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And ravish'd was that constant heart,
She did to ev'ry heart prefer;
For tho' it could its king forget,
'Twas true and loyal still to her.

Amid those unrelenting flames,

She bore this constant heart to see; But when 'twas mould'red into dust, "Now, now," she cry'd, "I'll follow thee.

"My death, my death alone can show
The pure and lasting love I bore:
Accept, O heaven! of woes like ours,
And let us, let us weep no more."

The dismal scene was o'er and past,

The lover's mournful hearse retir'd; The maid drew back her languid head, And, sighing forth his name, expir'd.

Tho' justice ever must prevail,
The tear my Kitty sheds is due;
For seldom shall she hear a tale

So sad, so tender, yet so true.

Percy's Reliques.

COLIN AND LUCY.

OF Leinster, fam'd for maidens fair,
Bright Lucy was the grace;
Nor e'er did Liffy's limpid stream
Reflect so fair a face.

Till luckless love and pining care
Impair'd her rosy hue,

Her coral lip, and damask cheek,
And eyes of glossy blue.

Oh! have you seen a lily pale,
When beating rains descend?
So droop'd the slow-consuming maid;
Her life now near its end.

By Lucy warn'd, of flattering swains
Take heed, ye easy fair;

Of vengeance due to broken vows,
Ye perjur'd swains beware.

Three times, all in the dead of night,
A bell was heard to ring;
And at her window, shrieking thrice,
The raven flap'd his wing.

Too well the love-lorn maiden knew
That solemn boding sound;
And thus, in dying words, bespoke
The virgins weeping round:

"I hear a voice you cannot hear,
Which says I must not stay ;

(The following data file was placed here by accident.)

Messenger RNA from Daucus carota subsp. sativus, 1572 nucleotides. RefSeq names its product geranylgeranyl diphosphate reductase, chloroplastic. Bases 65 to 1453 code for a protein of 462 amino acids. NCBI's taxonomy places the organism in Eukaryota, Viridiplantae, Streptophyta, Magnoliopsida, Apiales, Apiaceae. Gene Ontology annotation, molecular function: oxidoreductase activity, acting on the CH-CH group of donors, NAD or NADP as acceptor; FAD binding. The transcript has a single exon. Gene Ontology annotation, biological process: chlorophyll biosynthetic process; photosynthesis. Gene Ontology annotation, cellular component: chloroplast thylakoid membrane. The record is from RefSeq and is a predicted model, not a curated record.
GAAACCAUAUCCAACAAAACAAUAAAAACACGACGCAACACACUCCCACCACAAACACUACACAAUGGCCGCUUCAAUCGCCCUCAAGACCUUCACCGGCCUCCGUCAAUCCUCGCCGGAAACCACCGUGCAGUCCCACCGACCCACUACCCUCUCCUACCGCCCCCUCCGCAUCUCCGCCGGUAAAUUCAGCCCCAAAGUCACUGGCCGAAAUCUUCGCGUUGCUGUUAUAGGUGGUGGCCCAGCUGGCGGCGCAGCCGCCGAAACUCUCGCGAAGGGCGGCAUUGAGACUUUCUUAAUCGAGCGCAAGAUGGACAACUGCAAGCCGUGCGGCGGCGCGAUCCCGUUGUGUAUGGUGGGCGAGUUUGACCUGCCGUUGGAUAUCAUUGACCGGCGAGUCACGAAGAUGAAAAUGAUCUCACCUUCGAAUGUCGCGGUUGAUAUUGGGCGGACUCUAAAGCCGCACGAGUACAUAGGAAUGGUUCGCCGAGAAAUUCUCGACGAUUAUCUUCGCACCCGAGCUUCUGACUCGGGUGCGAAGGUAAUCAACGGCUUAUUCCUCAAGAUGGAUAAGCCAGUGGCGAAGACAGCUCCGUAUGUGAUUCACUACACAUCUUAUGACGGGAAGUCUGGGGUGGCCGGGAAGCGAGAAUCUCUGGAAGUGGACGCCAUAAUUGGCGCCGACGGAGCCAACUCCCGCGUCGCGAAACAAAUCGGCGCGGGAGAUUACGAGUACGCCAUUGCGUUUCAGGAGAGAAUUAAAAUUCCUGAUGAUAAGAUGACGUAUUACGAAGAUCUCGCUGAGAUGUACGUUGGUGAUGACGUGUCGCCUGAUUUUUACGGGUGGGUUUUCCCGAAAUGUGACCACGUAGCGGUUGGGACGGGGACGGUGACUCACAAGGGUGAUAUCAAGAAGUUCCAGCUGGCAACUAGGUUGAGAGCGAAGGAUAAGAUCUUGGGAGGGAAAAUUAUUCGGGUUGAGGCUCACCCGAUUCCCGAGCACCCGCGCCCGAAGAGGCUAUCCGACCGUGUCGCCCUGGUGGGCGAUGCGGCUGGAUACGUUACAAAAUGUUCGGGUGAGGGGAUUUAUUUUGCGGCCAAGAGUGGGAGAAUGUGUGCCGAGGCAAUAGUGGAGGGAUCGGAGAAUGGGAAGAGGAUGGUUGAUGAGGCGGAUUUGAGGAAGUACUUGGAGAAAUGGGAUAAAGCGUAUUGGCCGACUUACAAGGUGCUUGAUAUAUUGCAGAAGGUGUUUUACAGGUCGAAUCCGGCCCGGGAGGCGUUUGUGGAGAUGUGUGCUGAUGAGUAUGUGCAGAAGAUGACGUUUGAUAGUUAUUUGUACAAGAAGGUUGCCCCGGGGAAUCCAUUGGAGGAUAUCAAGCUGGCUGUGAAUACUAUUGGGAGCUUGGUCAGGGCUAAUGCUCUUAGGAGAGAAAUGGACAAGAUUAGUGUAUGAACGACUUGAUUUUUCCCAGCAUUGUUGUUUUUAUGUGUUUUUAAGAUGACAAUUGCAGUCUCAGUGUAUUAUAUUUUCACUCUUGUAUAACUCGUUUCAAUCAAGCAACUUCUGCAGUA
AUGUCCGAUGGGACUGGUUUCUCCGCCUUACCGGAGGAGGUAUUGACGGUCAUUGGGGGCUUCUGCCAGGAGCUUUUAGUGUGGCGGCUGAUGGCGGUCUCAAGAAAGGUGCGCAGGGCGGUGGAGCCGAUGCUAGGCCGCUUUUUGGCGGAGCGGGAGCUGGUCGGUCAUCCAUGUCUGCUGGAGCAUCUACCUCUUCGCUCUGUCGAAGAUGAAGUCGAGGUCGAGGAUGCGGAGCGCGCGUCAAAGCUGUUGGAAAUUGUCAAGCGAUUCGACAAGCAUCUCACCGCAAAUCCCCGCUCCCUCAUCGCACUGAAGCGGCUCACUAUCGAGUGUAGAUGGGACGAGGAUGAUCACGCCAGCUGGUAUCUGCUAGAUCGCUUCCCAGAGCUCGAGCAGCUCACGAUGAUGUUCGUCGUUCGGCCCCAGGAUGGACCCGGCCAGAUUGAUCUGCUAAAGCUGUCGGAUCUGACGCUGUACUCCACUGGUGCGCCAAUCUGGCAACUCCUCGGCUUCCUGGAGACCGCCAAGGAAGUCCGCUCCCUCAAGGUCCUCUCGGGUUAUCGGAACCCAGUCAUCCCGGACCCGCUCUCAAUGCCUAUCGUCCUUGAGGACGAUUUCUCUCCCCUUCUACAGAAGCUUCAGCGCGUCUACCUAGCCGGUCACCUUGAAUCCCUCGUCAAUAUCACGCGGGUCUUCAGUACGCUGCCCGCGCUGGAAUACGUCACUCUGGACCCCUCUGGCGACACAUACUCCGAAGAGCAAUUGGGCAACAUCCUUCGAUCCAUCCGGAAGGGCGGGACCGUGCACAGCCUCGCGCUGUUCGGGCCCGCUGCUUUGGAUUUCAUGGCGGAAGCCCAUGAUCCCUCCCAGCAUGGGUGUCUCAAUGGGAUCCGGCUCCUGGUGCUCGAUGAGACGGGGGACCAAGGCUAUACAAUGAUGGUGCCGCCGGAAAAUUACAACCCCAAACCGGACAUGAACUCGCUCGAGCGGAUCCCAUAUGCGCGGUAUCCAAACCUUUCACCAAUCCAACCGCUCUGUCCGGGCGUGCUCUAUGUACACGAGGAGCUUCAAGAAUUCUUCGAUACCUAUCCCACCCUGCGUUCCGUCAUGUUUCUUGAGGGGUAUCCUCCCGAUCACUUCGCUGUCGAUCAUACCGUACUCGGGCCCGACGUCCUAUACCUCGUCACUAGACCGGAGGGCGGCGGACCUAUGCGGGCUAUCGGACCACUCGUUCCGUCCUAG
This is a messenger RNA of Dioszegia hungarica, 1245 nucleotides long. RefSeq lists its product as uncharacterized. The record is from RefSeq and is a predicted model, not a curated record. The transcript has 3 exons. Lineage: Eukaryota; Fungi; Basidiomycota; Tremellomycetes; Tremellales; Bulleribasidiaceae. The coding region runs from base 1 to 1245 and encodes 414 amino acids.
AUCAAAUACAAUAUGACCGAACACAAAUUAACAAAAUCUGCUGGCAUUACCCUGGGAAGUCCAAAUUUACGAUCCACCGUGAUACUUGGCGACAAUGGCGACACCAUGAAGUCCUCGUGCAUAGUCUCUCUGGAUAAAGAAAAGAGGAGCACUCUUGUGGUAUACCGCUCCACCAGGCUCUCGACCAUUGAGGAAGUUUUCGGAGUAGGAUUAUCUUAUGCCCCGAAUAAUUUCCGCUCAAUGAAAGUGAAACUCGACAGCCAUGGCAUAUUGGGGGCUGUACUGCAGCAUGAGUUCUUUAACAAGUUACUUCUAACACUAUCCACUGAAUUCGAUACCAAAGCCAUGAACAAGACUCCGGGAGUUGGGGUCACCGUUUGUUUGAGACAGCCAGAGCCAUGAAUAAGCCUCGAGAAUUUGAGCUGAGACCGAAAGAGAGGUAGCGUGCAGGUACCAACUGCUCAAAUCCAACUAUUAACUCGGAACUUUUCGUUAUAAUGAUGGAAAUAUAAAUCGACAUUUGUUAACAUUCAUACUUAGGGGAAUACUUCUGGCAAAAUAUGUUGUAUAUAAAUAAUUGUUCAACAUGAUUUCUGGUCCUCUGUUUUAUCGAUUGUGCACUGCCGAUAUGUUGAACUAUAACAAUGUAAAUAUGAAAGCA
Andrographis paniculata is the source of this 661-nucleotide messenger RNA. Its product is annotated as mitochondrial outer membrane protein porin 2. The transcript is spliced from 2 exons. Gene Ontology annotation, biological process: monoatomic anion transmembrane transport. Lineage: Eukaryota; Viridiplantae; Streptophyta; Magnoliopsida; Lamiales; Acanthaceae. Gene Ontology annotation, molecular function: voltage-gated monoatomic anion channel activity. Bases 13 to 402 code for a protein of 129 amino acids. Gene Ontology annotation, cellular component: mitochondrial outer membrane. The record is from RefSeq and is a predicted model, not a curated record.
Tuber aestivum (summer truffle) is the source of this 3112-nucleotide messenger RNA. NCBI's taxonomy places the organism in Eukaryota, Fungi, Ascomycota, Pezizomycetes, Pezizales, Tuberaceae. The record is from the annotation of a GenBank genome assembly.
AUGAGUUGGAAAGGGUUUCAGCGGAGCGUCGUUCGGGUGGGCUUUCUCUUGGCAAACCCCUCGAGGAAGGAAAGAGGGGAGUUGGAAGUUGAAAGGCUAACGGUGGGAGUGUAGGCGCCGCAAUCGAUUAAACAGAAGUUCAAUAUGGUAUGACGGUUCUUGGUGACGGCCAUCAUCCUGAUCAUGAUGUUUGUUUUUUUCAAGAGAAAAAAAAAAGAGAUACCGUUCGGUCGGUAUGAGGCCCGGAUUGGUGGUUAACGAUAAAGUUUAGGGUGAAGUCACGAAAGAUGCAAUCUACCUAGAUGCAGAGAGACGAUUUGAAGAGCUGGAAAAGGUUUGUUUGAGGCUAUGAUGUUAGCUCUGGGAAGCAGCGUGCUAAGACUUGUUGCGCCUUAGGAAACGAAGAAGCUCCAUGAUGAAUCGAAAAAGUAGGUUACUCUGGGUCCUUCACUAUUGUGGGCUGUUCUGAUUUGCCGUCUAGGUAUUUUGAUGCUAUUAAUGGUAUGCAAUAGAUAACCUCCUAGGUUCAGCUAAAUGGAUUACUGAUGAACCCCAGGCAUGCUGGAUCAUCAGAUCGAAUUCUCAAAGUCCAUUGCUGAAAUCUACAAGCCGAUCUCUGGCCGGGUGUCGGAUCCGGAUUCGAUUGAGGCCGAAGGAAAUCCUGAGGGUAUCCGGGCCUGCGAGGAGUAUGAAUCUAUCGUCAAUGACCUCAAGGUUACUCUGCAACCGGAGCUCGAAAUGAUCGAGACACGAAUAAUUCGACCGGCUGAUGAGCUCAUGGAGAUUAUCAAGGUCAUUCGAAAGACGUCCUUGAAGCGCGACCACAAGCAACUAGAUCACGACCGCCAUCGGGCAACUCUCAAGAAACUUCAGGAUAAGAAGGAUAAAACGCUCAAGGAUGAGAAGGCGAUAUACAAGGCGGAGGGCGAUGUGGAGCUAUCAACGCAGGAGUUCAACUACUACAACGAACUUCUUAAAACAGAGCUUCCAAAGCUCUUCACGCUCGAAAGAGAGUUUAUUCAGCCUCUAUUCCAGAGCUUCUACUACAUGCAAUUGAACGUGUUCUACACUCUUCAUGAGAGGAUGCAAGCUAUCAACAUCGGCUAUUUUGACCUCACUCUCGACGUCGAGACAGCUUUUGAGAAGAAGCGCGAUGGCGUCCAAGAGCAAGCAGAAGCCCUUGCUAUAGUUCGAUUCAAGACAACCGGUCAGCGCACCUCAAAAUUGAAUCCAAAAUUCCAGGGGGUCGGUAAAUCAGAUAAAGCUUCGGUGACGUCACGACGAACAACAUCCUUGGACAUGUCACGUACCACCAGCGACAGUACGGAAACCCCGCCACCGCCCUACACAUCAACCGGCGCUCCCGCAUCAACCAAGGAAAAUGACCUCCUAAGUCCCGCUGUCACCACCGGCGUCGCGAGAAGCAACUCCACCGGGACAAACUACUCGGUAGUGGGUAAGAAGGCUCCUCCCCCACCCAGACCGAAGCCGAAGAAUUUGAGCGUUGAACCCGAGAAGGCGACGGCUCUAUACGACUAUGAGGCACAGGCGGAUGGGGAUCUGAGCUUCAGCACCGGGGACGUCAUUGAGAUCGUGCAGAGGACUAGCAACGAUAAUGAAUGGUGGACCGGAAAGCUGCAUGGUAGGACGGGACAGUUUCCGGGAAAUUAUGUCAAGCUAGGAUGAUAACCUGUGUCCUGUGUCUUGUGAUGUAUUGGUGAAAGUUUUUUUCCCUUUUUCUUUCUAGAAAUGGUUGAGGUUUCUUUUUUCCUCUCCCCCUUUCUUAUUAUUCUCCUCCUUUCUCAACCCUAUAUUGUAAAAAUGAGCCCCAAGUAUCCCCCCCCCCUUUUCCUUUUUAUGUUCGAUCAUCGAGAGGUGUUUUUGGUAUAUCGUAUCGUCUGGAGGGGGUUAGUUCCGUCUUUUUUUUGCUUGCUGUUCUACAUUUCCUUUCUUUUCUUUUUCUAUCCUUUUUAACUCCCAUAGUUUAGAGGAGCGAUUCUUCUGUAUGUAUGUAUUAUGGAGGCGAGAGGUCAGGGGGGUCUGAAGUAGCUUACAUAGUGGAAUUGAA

I see a hand you cannot see,
Which beckons me away.

"By a false heart, and broken vows,
In early youth I die;

Am I to blame, because his bride
Is thrice as rich as I?

"Ah Colin! give not her thy vows ; Vows due to me alone:

Nor thou, fond maid, receive his kiss,
Nor think him all thy own.

"To-morrow in the church to wed, Impatient, both prepare:

But know, fond maid, and know, false man, That Lucy will be there.

"Then bear my corpse, ye comrades, bear, The bridegroom blithe to meet;

He in his wedding trim so gay,
I in my winding sheet."

She spoke, she dy'd ;-her corse was borne,
The bridegroom blithe to meet ;
He in his wedding-trim so gay,
She in her winding-sheet.

Then what were perjur'd Colin's thoughts?
How were those nuptials kept?
The bride-men flock'd round Lucy dead,
And all the village wept.

Confusion, shame, remorse, despair,
At once his bosom swell :

The damps of death bedew'd his brow,
He shook, he groan'd, he fell!

From the vain bride (ah, bride no more!)
The varying crimson fled,

When, stretch'd before her rival's corse,
She saw her husband dead.

Then to his Lucy's new-made grave,
Convey'd by trembling swains,
One mould with her, beneath one sod,
For ever now remains.

Oft at their grave the constant hind
And plighted maid are seen;
With garlands gay, and true-love knots,
They deck the sacred green.

But, swain forsworn; whoe'er thou art,
This hallow'd spot forbear;
Remember Colin's dreadful fate,
And fear to meet him there.

Percy's Reliques,

MARGARET'S GHOST.

"TWAS

WAS at the silent solemn hour, When night and morning meet; In glided Margaret's grimly ghost, And stood at William's feet.

Her face was like an April morn,
Clad in a wintry cloud:
And clay-cold was her lily hand,
That held her sable shrowd.

So shall the fairest face appear,

When youth and years are flown: Such is the robe that kings must wear, When death has reft their crown.

Her bloom was like the springing flower,
That sips the silver dew;

The rose was budded in her cheek,
Just op'ning to the view.

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